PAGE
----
Asian Shrimp Disrupt Delicate Balance
First it was the catastrophic BP spill, then it was the chemical dispersants used to shoo the errant petroleum to less incriminating locations like Minnesota, now it’s Asian tiger shrimp (Penaeus Monodon) that are threatening disrupt the delicate balance of the waters of the Gulf of Mexico. Sightings of the giant cannibal shrimp – which can grow to over one foot long and one pound in weight – have increased ten times over from the Carolinas to Texas in 2011 and twenty fold in the beleaguered Gulf waters off Louisiana. In fact, there were so many reports about the creatures showing up in the catches of the state’s commercial and recreational shrimp fishermen last year that Louisiana Wildlife and Fisheries officials couldn’t keep up with them.
The shrimp, which have black and white stripes across their backs and tails similar to their jungle cat namesakes, are aggressive and consume more resources than native Gulf shrimp, prompting concerns they will eventually out-eat and out-grow their smaller rivals. And they multiply prolifically. Tiger shrimp can produce about 1.5 million eggs a spawning season versus the approximately 500,000 typical of their Gulf shrimp cousins.
Carnivores and Cannibals
The Asian tiger shrimp is also carnivorous and, like other adult shrimp, are not above eating their own when they get the munchies. An early study reported that about 85 percent of a wild tiger shrimp’s diet consists of crustaceans, composed of small crabs, mollusks and smaller, native Gulf shrimp, topped off with a soupcon of budding Gulf oysters. That puts the marine invader in direct competition with the Gulf seafood industry for the fruits du mer that have supported it for centuries.
Because the Asian shrimp is capable of altering fragile marine ecosystems simply by virtue of habitation, scientists from the National Oceanic and Atmospheric Administration (NOAA) are launching a research program to evaluate its biology and ecology. As with all non-native species, there is the prospect of deadly new diseases and parasitic transmission. Viruses in particular can quickly wipe out shrimp populations, and the tiger shrimp have a documented history of spreading them. There is also the inevitable war of survival between the foreign and native shrimp stocks, especially given the size and high spawning rates of the Asian tiger shrimp as compared with other species.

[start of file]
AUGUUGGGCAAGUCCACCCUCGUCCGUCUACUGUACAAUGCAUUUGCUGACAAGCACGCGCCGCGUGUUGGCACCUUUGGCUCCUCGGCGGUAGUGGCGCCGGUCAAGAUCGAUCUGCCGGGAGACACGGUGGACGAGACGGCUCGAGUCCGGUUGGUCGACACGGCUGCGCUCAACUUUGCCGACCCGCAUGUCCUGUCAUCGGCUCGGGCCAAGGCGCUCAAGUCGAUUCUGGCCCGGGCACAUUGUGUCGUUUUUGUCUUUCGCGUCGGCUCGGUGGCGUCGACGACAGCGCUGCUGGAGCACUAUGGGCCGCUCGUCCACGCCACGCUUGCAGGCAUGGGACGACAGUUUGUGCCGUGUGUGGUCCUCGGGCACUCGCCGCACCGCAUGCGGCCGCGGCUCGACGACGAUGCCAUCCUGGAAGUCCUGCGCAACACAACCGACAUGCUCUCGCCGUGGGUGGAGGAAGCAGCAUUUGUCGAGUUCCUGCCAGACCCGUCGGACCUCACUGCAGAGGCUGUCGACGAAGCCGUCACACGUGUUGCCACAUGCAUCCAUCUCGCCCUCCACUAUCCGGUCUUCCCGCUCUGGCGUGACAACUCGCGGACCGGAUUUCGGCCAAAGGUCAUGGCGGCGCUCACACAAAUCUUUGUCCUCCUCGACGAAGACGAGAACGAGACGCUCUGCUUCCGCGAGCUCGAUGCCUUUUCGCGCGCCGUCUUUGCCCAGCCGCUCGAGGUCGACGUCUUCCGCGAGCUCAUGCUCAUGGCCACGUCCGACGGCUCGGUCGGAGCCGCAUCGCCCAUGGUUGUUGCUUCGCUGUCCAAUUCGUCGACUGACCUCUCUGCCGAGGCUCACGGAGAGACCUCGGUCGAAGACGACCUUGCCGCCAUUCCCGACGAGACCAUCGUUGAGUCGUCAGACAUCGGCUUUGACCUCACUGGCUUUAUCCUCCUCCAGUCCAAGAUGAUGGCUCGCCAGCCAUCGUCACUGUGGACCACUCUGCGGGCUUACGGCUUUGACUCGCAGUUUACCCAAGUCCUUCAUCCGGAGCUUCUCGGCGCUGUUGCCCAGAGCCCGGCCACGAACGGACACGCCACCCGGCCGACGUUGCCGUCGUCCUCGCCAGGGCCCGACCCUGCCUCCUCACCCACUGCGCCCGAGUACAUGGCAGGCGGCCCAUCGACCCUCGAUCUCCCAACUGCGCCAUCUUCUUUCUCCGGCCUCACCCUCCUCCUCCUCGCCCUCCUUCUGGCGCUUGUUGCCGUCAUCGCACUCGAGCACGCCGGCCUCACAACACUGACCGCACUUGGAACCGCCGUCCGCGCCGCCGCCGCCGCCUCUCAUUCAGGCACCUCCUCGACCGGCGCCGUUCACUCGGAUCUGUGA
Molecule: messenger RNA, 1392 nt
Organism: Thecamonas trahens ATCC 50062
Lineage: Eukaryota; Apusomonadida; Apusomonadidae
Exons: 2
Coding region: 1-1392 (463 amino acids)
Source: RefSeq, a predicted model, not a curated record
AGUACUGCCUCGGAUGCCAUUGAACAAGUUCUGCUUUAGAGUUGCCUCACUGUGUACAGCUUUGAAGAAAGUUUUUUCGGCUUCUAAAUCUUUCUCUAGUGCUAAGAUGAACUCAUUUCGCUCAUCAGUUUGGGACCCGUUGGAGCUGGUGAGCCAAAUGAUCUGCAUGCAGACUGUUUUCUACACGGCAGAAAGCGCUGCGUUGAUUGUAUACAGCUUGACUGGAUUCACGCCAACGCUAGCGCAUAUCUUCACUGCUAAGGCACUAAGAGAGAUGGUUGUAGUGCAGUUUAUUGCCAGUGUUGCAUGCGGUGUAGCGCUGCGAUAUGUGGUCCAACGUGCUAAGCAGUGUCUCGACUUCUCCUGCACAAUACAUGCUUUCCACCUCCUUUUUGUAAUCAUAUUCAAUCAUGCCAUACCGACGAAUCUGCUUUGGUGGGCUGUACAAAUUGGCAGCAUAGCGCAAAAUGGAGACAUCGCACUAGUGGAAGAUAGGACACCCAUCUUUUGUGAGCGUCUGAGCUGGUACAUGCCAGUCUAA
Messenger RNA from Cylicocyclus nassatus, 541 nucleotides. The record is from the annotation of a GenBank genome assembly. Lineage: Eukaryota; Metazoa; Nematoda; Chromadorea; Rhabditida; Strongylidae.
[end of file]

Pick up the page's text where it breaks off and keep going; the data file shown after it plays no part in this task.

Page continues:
How Did an Alien Crustacean Species From Indo-Pacific, Asian and Australian Waters Reach the U.S.?
The truth is that little is known about wild tiger shrimp – let alone about their migrating habits. Up until now most scientific studies have focused instead on their smaller farmed relative, motivated no doubt by economic incentives and the relative ease with which they can be observed and tested in controlled conditions. However, theories about the invasion of the giant shrimp are beginning to take shape.
Native to Asia, where they are most common, biologists believe the tiger shrimp have also established populations off the coasts of West Africa, South America and the Dominican Republic owing in large part to periodic escapes from fish farms. And in fact the first time that the species attracted the attention of US marine scientists was in 1988 when 2000 shrimp were accidentally released from a commercial fish farm in South Carolina. By 2006 their territory had expanded throughout the waters off Louisiana, Florida, the Carolinas, Georgia, Mississippi and Texas.
It has been theorized that the tiger shrimp currently turning up in the Gulf might have surfed Caribbean Sea currents following a 2005 hurricane hit to a shrimp farm in the Dominican Republic. It is also possible that they were transported in ballast water from ships. Or it could be a simple matter of the original South Carolina escapees breeding like crazy.
Privatizing the Invasion: Why Not Let the Free Market Solve the Problem?
Tiger shrimp are edible with a taste described as similar to that of lobster – which conjures up a vision of a lucrative market for the massive shellfish. After all, their smaller relatives are one of the most-farmed shrimp species in the world. But will their rise in popularity occur to the detriment of the US’s native shrimp population?
For now, the numbers of giant Asian tiger shrimp in US waters are dwarfed by those of our own native shrimp.
The giant Tiger shrimp has yet to establish a tipping point in the Gulf, which in this case would be indicated by a breeding threshold large enough to establish a self-sustaining population. Still, there is nothing to inhibit their spread with the exception of the Gulf’s winter water temperatures – which are colder than the tropical temperatures in which they ordinarily reproduce and grow. When scientists examine the DNA of the Asian natives and their wayfaring relatives, they may not only find valuable clues to the émigrés’ origins – but as to whether they are on a evolutionary crash course that will allow them to adapt to their adopted home.